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Monday, June 11, 2007

Are refiners holding out?

Robert Rapier does gas prices, this time investigating the long-term price pressures. His analysis of the theory that refineries are holding back gas to hold up prices provides a thorough debunking (and explains why OPEC countries often exceed their quotas).
Say that you operate a 200,000 barrel a day refinery. Margins are quite good right now - let's say in your area they are $20 a barrel. So, when the refinery is running normally, you are grossing $4 million a day. Would it make good business sense to cut your capacity in half - to 100,000 barrels a day? While such action would probably cause the overall price of gasoline to rise, it is going to have a disproportionate effect on your refinery. If margins go up to $30 a barrel (although there is no way taking 100,000 barrels off the market would impact margins to that degree), you are still $1 million a day worse of than you were. You have given up $365 million a year in order to reduce your capacity. You would have made an incredibly stupid business decision. In fact, you would be much better off if you could boost capacity by 100,000 barrels a day. Sure, prices might slightly drop, but your overall profits will be higher, especially in such a tight market.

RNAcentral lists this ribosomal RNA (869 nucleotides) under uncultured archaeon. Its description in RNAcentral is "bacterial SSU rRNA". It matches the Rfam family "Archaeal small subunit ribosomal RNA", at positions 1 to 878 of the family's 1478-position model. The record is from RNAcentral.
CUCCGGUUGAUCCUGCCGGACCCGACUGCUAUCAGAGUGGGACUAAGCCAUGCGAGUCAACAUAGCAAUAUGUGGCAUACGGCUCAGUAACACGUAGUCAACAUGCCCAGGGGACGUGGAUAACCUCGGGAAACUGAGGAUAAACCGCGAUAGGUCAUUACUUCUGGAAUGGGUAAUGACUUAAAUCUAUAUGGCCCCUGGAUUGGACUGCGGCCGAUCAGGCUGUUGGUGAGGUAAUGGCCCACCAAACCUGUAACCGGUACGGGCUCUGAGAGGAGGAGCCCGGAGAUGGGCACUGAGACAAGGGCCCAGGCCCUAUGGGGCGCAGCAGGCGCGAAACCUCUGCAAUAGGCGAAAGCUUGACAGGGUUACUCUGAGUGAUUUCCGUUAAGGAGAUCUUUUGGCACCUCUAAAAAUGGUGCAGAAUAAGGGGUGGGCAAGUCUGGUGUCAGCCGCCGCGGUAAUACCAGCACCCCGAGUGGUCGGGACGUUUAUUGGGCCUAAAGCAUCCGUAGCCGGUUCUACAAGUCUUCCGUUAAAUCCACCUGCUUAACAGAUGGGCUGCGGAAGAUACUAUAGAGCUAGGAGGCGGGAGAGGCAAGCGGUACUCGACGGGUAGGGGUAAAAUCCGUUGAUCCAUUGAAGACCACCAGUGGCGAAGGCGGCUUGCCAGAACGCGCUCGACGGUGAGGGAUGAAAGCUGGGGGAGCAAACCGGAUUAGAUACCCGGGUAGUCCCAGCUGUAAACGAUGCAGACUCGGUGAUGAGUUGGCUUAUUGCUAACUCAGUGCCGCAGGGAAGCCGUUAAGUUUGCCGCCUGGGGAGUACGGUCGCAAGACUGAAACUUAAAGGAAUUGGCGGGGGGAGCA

Furthermore, you don't know if Shell down the street might be able to make up the production shortfall, pocketing the money that would have been made by your refinery. (Contrary to popular opinion, oil companies do not consult each other on such issues). You also don't know if exporters from Europe will respond. If they respond by boosting exports to the U.S., now they are pocketing the money that your refinery is losing. In summary, this is not a rational way to conduct business - unless your margins are negative. You would be making a decision that will certainly cut the returns at your refinery, while not knowing how your competitors will respond to the supply shortfall.
If we'd had the political will to increase gas taxes when prices were low, we'd be in a lot better shape right now, as gasoline demand would have been restrained by higher prices. Not to mention, we'd have more money for transit and highway maintenance.

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